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JAnd Abraham called the name of that place Jehovah-jireh: as it is said to this day, In the mount of the Lord it shall be seen.      Genesis 22:14 (KJV)

Genesis 22 tells the story of Abraham’s sacrifice of Isaac, or his near sacrifice. In order to test Abraham’s faithfulness, God told Abraham to take his only son Isaac to the top of a mountain in Moriah and to offer him as a sacrifice. Reluctantly, Abraham took a knife, a bundle of wood, the fire, and his son and set out. Verses 7 and 8 recount part of the conversation between father and son along the way:

And Isaac said to his father Abraham, “My father!” And he said, “Here I am, my son.” He abraham-and-isaac-sacrifice-craftsaid, “Behold, the fire and the wood, but where is the lamb for a burnt offering?” Abraham said, “God will provide for himself the lamb for a burnt offering, my son.” So they went both of them together.      Genesis 22:7-8 (ESV)

When they reached the mountain, Abraham bound Isaac and placed him on the altar. As he raised the knife, an angel stopped him and pointed out a ram that was caught in the nearby brush. After sacrificing of the ram, Abraham named the place Jehovah-Jireh.

Jehovah is a word of indefinite origins. Some scholars believe it is a derivative of YHWH–I’ll pursue that further on the 28th in the “Y” post. An explanation in Blue Letter Bible says that it is derived from the Hebrew word Havah which has to do with being and becoming, specifically becoming known.  It explains that the word alludes to “a God who reveals Himself unceasingly.”

The only references I found to Jireh were in the compound name, and the only place this name is found in the Bible is in Genesis 22:14. Some sources say that Jehovah-Jireh means “the Lord has seen” or “the Lord will see to it.” Because of Abraham’s statement in verse eight, some later translations interpret the name to mean that God sees our needs and takes care of those needs. The consensus is that Jehovah-Jireh means “The Lord Will Provide.”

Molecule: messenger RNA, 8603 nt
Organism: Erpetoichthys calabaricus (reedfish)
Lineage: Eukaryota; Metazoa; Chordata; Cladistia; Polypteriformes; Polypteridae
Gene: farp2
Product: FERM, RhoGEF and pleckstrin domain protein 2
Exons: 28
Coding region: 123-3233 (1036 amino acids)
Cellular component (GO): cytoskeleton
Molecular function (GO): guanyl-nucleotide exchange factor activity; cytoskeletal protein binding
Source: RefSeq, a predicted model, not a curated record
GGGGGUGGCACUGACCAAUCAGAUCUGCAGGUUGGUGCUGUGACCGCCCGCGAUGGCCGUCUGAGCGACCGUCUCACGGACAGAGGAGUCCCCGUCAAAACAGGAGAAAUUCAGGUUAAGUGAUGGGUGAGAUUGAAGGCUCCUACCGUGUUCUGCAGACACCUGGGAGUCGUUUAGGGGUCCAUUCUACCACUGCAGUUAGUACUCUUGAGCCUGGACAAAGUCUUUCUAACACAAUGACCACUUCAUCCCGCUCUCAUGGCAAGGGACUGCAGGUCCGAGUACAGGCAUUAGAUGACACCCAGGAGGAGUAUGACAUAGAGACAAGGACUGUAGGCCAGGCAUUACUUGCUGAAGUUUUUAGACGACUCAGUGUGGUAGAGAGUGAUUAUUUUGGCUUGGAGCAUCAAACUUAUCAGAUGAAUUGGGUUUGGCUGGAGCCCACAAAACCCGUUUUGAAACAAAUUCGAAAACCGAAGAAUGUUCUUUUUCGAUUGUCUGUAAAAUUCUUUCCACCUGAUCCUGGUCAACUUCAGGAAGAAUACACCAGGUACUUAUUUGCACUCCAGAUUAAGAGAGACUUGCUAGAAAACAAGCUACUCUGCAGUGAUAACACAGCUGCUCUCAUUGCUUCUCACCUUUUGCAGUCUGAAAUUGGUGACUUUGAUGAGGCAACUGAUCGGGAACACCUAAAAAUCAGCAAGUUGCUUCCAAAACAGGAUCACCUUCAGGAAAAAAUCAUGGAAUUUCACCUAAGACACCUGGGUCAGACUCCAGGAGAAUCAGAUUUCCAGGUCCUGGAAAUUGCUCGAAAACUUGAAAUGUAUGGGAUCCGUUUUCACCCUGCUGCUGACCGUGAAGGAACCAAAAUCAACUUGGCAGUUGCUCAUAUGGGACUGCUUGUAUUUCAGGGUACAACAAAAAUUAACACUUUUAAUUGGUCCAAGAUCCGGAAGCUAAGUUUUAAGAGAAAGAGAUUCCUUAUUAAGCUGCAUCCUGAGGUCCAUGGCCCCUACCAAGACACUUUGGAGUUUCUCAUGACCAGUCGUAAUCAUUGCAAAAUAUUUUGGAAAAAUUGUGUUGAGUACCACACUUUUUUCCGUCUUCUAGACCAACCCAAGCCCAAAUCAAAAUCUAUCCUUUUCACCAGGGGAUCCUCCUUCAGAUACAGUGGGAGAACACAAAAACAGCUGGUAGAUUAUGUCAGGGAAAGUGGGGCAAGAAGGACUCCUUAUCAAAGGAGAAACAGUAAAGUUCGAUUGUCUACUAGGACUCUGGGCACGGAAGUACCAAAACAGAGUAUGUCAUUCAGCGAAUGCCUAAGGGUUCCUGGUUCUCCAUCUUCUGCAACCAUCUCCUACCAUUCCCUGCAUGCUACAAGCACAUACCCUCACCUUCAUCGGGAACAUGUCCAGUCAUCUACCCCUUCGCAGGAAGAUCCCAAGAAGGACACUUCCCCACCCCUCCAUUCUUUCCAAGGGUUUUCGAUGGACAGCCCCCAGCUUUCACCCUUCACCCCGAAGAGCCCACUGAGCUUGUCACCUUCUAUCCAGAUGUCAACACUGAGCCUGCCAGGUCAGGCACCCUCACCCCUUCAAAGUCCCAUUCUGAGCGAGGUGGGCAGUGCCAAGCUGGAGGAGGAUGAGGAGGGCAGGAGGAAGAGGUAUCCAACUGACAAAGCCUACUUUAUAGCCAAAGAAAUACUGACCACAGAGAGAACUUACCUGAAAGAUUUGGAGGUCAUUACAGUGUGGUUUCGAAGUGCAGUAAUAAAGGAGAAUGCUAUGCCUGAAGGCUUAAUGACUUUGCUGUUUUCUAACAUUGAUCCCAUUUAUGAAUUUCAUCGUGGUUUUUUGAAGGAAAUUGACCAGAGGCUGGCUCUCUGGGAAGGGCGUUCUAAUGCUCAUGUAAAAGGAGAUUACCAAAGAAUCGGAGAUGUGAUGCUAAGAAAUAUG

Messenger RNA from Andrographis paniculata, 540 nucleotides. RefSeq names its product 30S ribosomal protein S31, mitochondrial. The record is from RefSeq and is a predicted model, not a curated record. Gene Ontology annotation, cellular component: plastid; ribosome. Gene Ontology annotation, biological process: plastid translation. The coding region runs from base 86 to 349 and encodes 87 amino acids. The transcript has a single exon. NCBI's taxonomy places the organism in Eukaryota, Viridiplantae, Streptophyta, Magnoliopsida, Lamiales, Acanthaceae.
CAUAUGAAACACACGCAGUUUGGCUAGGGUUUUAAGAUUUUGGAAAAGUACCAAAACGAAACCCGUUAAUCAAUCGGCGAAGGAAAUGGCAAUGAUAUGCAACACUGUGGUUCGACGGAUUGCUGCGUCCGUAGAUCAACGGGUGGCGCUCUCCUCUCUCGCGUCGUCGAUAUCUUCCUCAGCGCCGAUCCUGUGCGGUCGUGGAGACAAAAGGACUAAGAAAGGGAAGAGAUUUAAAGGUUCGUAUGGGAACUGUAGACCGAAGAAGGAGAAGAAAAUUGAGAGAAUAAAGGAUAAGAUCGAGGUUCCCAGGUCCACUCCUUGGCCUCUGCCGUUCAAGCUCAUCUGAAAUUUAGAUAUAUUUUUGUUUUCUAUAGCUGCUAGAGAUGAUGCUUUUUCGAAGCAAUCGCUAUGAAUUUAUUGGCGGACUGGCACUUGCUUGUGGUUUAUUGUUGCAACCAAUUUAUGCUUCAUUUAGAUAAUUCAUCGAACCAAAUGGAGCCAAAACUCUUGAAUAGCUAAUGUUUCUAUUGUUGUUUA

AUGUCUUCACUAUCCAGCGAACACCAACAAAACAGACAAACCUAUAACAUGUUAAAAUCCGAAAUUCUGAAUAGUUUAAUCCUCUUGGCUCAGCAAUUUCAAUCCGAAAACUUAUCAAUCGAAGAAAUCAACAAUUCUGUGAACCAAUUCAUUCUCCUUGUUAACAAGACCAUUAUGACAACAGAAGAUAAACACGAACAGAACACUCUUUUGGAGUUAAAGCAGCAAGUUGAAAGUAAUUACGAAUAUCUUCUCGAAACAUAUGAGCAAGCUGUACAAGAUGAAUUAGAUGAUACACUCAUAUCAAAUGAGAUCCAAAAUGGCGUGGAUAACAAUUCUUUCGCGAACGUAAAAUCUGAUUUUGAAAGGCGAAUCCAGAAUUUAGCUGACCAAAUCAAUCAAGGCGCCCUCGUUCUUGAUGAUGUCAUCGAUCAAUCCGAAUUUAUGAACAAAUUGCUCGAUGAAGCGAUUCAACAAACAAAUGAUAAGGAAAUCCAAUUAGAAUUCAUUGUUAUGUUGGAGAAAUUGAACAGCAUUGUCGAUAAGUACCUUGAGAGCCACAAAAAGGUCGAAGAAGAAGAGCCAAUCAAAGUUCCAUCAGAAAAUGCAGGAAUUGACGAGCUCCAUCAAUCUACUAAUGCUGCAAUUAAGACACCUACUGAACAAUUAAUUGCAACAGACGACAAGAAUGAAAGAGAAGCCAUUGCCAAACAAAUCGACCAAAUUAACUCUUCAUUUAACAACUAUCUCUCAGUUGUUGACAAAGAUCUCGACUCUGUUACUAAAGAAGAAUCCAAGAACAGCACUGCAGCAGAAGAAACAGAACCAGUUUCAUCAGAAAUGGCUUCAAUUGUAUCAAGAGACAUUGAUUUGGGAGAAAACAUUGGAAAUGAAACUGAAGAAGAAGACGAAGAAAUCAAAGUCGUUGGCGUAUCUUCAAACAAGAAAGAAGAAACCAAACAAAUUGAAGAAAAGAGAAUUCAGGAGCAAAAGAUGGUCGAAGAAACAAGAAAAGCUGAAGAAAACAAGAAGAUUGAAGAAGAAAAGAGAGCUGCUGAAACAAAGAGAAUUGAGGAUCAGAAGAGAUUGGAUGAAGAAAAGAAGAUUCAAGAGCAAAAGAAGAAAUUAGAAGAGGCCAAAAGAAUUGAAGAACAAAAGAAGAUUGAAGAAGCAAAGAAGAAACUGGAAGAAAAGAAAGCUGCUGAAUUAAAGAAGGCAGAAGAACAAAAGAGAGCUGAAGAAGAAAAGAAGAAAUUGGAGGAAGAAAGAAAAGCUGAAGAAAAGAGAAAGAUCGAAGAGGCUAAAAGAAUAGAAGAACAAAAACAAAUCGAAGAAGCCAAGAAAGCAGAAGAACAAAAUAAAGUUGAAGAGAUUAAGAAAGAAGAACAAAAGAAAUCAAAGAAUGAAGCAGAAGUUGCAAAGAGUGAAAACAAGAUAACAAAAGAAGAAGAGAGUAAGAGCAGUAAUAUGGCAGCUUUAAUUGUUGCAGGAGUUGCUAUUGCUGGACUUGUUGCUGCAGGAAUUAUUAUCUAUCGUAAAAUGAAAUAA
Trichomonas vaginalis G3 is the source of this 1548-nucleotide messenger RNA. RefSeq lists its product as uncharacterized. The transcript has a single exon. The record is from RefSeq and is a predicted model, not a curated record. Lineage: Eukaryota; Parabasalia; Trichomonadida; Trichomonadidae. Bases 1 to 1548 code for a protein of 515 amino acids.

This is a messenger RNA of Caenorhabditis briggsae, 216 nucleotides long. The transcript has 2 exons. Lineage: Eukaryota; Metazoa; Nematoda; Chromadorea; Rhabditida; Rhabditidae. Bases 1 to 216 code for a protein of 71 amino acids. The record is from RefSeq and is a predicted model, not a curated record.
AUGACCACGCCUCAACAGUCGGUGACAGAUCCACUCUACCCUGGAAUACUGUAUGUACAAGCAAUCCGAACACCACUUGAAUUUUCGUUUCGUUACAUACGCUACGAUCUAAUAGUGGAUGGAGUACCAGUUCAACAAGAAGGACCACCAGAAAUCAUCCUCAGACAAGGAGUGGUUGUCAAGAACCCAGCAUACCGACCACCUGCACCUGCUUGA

As with many stories in the Bible, there are also prophetic implications in this one. At least one Jewish translation of Genesis 22:14 includes the phrase “in the mount where the Lord will be seen.” This seems to foretell that the mountain of Abraham’s sacrifice would later become the Temple Mount where the Jews would worship and “see” God. Christians also see foreshadowing of Jesus’ sacrificial death in verse 8.

Although the name Jehovah-Jireh does not appear again in Scripture, there are many other references to God’s provision.

And my God will supply every need of yours according to His riches in glory in Christ Jesus.      Philippians 4:19

Delight yourself in the Lord, and He will give you the desires of your heart.      Psalm 37:4

As I mentioned in my post about El Shaddai, God’s provision doesn’t mean He’s a cosmic Santa Claus, catering to our every whim. What it does mean is that He sees us where we are, and even though He doesn’t always provide for our wants, He will provide for our needs. As one of my readers commented recently, “This faith is enough to achieve heights.”

Other names of God that begin with J are:

For the wages of sin is death, but the free gift of God is eternal life in Christ Jesus our Lord. Romans 6:23 (ESV)

For the Lord is our judge; the Lord is our lawgiver; the Lord is our king; he will save us. Isaiah 33:22 (ESV)

Tell and bring forth your case; yes, let them take counsel together. Who has declared this from ancient time? Who has told it from that time? Have not I, the Lord? And there is no other God besides Me, a just God and a Savior; there is none besides Me. Isaiah 45:21 (NKJV)




The Bible Hub 


Blue Letter Bible 




Comments on: "A to Z Challenge–The Names of God—J is for Jehovah-Jireh | by Linda Brendle" (2)

  1. There are a lot of tough places in the Bible, but this has always been the most difficult story for me to read, analyze, even think about. I know the difficult is there for us to learn from, to deepen our faith and to trust God…but I can’t get my arms around this one. I can’t imagine that kind of faith.

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